Obviously, such incidents do occur; people do fall over, damage their backs or suffer other injuries. Our job is to find out whether claimants are telling the truth and, if so, to ascertain the severity of their injuries or illnesses. This sometimes has to be done covertly; we need to observe people without them knowing, because if they are engaged in a fraud they’ll tend to give themselves away at some point, perhaps by suddenly being able to walk without a stick when they think they’re not being observed.
We are also able to closely examine the circumstances surrounding the very sad (though thankfully rare) occasions when a person goes overboard.
Smuggling and stowaway issues come under this heading as well. Shipowners often become mired in legalities following a smuggling incident, so we’ll work out precisely what happened and where any blame might lie.
We are often called upon to examine port facilities or specific conditions which have been blamed for causing vessel delays or other shipboard issues. We recently investigated the facilities at a West African port when a client’s ship was delayed for a month, losing money while waiting to be loaded. The reason given was that a conveyor had broken down and was unserviceable. This part was true, but we found that there were two others in the port being used by other ships during that month. The shipowner’s claim for the delay was duly settled as a result of the information we found.
Initiatives like the U.S. Government’s Maritime Advisory system make it clear that the sanctions regulators expect all parties in the maritime sphere to implement a compliance programme that ensures they are not engaging, even unwittingly, in sanctioned activity. That means things like looking at the AIS and trading history of ships, the origin of cargoes being offered and the bona-fides of new clients. The penalties for being involved in a breach of sanctions are severe – perhaps even business-fatal – so taking prudent steps to protect your business is vital.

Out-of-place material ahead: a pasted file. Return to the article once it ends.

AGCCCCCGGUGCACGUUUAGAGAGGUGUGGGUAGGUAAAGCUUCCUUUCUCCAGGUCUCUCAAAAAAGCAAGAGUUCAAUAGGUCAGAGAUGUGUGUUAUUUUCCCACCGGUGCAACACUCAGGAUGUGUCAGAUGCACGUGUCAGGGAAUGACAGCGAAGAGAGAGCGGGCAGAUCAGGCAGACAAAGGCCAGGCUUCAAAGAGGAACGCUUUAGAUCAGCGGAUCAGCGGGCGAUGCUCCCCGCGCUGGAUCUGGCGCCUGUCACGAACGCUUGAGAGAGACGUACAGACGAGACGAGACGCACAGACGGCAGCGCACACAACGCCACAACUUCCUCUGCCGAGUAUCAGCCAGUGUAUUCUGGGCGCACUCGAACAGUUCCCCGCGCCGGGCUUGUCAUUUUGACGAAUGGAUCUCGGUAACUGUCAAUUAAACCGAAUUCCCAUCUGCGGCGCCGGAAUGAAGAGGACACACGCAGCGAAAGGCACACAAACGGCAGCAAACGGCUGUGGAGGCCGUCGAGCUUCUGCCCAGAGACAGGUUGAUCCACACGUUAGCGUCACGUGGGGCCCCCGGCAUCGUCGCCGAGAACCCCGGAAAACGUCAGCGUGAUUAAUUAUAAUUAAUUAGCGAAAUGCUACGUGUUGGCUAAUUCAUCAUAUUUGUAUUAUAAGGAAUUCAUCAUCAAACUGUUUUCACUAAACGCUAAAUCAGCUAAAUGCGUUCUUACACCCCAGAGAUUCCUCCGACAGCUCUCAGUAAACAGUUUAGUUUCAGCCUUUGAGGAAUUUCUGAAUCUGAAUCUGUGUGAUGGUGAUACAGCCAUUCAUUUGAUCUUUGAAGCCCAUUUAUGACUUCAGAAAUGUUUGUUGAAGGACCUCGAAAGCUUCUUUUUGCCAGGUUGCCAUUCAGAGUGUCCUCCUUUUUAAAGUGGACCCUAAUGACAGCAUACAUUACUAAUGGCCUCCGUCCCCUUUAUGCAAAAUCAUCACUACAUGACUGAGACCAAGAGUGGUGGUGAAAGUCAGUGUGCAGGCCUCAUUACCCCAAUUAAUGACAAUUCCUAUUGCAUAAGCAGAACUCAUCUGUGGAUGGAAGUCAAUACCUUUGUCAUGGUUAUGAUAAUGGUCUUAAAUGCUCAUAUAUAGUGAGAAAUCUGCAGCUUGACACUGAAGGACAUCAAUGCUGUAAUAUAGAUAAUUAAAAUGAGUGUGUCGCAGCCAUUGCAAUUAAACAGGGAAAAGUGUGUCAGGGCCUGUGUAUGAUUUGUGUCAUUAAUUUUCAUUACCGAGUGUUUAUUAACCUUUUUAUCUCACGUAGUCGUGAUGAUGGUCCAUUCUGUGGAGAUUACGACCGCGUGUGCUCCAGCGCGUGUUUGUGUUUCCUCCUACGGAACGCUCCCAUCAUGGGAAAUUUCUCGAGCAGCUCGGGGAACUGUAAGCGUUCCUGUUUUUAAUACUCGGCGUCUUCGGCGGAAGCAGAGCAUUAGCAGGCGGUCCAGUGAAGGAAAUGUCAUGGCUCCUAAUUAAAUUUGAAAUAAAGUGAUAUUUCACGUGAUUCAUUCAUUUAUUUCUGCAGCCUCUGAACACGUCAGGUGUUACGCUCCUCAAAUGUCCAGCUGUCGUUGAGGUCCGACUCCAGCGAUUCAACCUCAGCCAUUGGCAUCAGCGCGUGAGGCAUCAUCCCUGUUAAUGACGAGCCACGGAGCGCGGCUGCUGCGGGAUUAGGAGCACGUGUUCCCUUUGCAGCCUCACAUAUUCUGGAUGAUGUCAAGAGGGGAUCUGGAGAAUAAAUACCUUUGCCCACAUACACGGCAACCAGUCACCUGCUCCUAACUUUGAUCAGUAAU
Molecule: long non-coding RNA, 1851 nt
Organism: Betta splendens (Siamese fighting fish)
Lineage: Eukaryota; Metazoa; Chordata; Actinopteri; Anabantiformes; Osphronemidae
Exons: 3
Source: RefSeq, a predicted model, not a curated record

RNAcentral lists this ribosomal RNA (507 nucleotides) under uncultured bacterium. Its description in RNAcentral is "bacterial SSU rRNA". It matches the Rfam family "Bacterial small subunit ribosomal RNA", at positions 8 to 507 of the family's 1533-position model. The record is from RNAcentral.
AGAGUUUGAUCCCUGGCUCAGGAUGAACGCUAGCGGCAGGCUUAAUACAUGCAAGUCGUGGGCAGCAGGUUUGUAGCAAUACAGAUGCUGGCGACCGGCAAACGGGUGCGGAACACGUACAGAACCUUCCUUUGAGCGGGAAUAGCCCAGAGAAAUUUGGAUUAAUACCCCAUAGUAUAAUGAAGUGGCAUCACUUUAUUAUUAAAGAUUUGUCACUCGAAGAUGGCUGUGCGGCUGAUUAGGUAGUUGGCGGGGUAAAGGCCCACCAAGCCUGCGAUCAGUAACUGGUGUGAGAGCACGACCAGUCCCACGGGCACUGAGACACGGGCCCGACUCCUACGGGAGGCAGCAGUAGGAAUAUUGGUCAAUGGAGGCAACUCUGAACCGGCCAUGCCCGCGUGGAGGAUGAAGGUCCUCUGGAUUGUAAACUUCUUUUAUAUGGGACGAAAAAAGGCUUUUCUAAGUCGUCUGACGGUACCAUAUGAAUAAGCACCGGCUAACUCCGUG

We can help. Our sanctions service uses a wide variety of intelligence and investigative tools to look at whether ships have gone somewhere they shouldn’t, or transported cargo they shouldn’t be carrying. When ships ’go dark‘, it’s our service that will track those ships, find out what they were doing while they were ‘dark’ and then advising our clients about the risk profile of a particular activity or business being offered. One example of a potential case concerned a vessel which ‘went dark’ near Oman/Iran for reasons unknown. There were concerns that the vessel in question was smuggling Iranian oil, but our analysis showed that the break in broadcasts was partly down to shore-based AIS receivers being faulty during certain time periods, so we were able to confirm that the vessel hadn’t sneaked across the waters to Iran after all.
These services are all internationally available round the clock, thanks to the West/CSolutions office network and our connections with worldwide authorities, and can be supplied on a case-by-case or retainer basis.